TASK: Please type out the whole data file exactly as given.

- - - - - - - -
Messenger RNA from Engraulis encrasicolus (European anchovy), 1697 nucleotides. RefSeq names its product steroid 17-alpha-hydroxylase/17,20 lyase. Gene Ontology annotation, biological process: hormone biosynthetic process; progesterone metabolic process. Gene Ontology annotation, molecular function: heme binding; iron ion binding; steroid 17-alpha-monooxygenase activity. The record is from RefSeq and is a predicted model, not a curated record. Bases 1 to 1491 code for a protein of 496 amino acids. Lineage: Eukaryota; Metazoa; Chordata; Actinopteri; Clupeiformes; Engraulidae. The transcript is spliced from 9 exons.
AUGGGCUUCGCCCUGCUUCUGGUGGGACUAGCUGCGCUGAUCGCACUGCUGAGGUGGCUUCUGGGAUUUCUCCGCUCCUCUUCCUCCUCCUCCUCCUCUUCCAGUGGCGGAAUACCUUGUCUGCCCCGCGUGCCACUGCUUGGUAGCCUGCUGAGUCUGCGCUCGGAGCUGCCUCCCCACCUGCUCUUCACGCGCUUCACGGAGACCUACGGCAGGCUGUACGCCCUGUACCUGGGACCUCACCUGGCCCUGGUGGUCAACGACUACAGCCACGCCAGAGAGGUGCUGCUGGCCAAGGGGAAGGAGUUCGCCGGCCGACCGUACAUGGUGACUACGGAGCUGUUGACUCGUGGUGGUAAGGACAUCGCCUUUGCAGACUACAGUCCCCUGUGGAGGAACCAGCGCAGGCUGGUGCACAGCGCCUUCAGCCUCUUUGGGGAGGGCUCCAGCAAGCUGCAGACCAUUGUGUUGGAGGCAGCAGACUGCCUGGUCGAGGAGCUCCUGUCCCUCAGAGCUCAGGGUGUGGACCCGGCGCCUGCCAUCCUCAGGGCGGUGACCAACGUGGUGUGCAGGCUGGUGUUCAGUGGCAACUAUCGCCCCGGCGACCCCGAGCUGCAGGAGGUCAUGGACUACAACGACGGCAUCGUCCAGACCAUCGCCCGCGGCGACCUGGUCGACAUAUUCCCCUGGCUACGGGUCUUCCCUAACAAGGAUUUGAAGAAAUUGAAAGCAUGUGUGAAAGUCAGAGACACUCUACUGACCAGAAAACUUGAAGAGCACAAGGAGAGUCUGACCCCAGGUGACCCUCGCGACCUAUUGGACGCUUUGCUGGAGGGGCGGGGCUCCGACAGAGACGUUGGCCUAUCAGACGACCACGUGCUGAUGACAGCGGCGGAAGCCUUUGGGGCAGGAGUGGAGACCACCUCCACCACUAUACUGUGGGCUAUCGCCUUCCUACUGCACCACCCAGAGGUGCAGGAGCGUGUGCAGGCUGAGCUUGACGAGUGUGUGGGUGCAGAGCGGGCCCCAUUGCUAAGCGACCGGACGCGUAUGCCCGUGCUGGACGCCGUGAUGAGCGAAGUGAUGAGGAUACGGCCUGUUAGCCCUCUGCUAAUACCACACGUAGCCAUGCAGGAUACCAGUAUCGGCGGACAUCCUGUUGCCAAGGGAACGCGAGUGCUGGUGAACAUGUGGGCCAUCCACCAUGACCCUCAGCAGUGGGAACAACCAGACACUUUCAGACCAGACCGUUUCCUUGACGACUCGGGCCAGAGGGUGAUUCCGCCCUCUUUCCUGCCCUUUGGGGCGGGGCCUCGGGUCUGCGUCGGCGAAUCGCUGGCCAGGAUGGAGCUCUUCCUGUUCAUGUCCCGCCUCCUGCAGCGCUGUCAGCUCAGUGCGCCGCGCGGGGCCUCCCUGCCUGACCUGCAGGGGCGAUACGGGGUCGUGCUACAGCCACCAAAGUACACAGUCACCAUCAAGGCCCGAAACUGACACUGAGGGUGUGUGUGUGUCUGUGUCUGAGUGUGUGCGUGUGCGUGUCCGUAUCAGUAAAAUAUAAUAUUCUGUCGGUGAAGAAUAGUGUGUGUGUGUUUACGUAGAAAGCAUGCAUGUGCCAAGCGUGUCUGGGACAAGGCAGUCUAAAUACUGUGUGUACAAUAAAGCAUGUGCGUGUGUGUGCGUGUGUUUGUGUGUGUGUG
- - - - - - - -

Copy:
Messenger RNA from Engraulis encrasicolus (European anchovy), 1697 nucleotides. RefSeq names its product steroid 17-alpha-hydroxylase/17,20 lyase. Gene Ontology annotation, biological process: hormone biosynthetic process; progesterone metabolic process. Gene Ontology annotation, molecular function: heme binding; iron ion binding; steroid 17-alpha-monooxygenase activity. The record is from RefSeq and is a predicted model, not a curated record. Bases 1 to 1491 code for a protein of 496 amino acids. Lineage: Eukaryota; Metazoa; Chordata; Actinopteri; Clupeiformes; Engraulidae. The transcript is spliced from 9 exons.
AUGGGCUUCGCCCUGCUUCUGGUGGGACUAGCUGCGCUGAUCGCACUGCUGAGGUGGCUUCUGGGAUUUCUCCGCUCCUCUUCCUCCUCCUCCUCCUCUUCCAGUGGCGGAAUACCUUGUCUGCCCCGCGUGCCACUGCUUGGUAGCCUGCUGAGUCUGCGCUCGGAGCUGCCUCCCCACCUGCUCUUCACGCGCUUCACGGAGACCUACGGCAGGCUGUACGCCCUGUACCUGGGACCUCACCUGGCCCUGGUGGUCAACGACUACAGCCACGCCAGAGAGGUGCUGCUGGCCAAGGGGAAGGAGUUCGCCGGCCGACCGUACAUGGUGACUACGGAGCUGUUGACUCGUGGUGGUAAGGACAUCGCCUUUGCAGACUACAGUCCCCUGUGGAGGAACCAGCGCAGGCUGGUGCACAGCGCCUUCAGCCUCUUUGGGGAGGGCUCCAGCAAGCUGCAGACCAUUGUGUUGGAGGCAGCAGACUGCCUGGUCGAGGAGCUCCUGUCCCUCAGAGCUCAGGGUGUGGACCCGGCGCCUGCCAUCCUCAGGGCGGUGACCAACGUGGUGUGCAGGCUGGUGUUCAGUGGCAACUAUCGCCCCGGCGACCCCGAGCUGCAGGAGGUCAUGGACUACAACGACGGCAUCGUCCAGACCAUCGCCCGCGGCGACCUGGUCGACAUAUUCCCCUGGCUACGGGUCUUCCCUAACAAGGAUUUGAAGAAAUUGAAAGCAUGUGUGAAAGUCAGAGACACUCUACUGACCAGAAAACUUGAAGAGCACAAGGAGAGUCUGACCCCAGGUGACCCUCGCGACCUAUUGGACGCUUUGCUGGAGGGGCGGGGCUCCGACAGAGACGUUGGCCUAUCAGACGACCACGUGCUGAUGACAGCGGCGGAAGCCUUUGGGGCAGGAGUGGAGACCACCUCCACCACUAUACUGUGGGCUAUCGCCUUCCUACUGCACCACCCAGAGGUGCAGGAGCGUGUGCAGGCUGAGCUUGACGAGUGUGUGGGUGCAGAGCGGGCCCCAUUGCUAAGCGACCGGACGCGUAUGCCCGUGCUGGACGCCGUGAUGAGCGAAGUGAUGAGGAUACGGCCUGUUAGCCCUCUGCUAAUACCACACGUAGCCAUGCAGGAUACCAGUAUCGGCGGACAUCCUGUUGCCAAGGGAACGCGAGUGCUGGUGAACAUGUGGGCCAUCCACCAUGACCCUCAGCAGUGGGAACAACCAGACACUUUCAGACCAGACCGUUUCCUUGACGACUCGGGCCAGAGGGUGAUUCCGCCCUCUUUCCUGCCCUUUGGGGCGGGGCCUCGGGUCUGCGUCGGCGAAUCGCUGGCCAGGAUGGAGCUCUUCCUGUUCAUGUCCCGCCUCCUGCAGCGCUGUCAGCUCAGUGCGCCGCGCGGGGCCUCCCUGCCUGACCUGCAGGGGCGAUACGGGGUCGUGCUACAGCCACCAAAGUACACAGUCACCAUCAAGGCCCGAAACUGACACUGAGGGUGUGUGUGUGUCUGUGUCUGAGUGUGUGCGUGUGCGUGUCCGUAUCAGUAAAAUAUAAUAUUCUGUCGGUGAAGAAUAGUGUGUGUGUGUUUACGUAGAAAGCAUGCAUGUGCCAAGCGUGUCUGGGACAAGGCAGUCUAAAUACUGUGUGUACAAUAAAGCAUGUGCGUGUGUGUGCGUGUGUUUGUGUGUGUGUG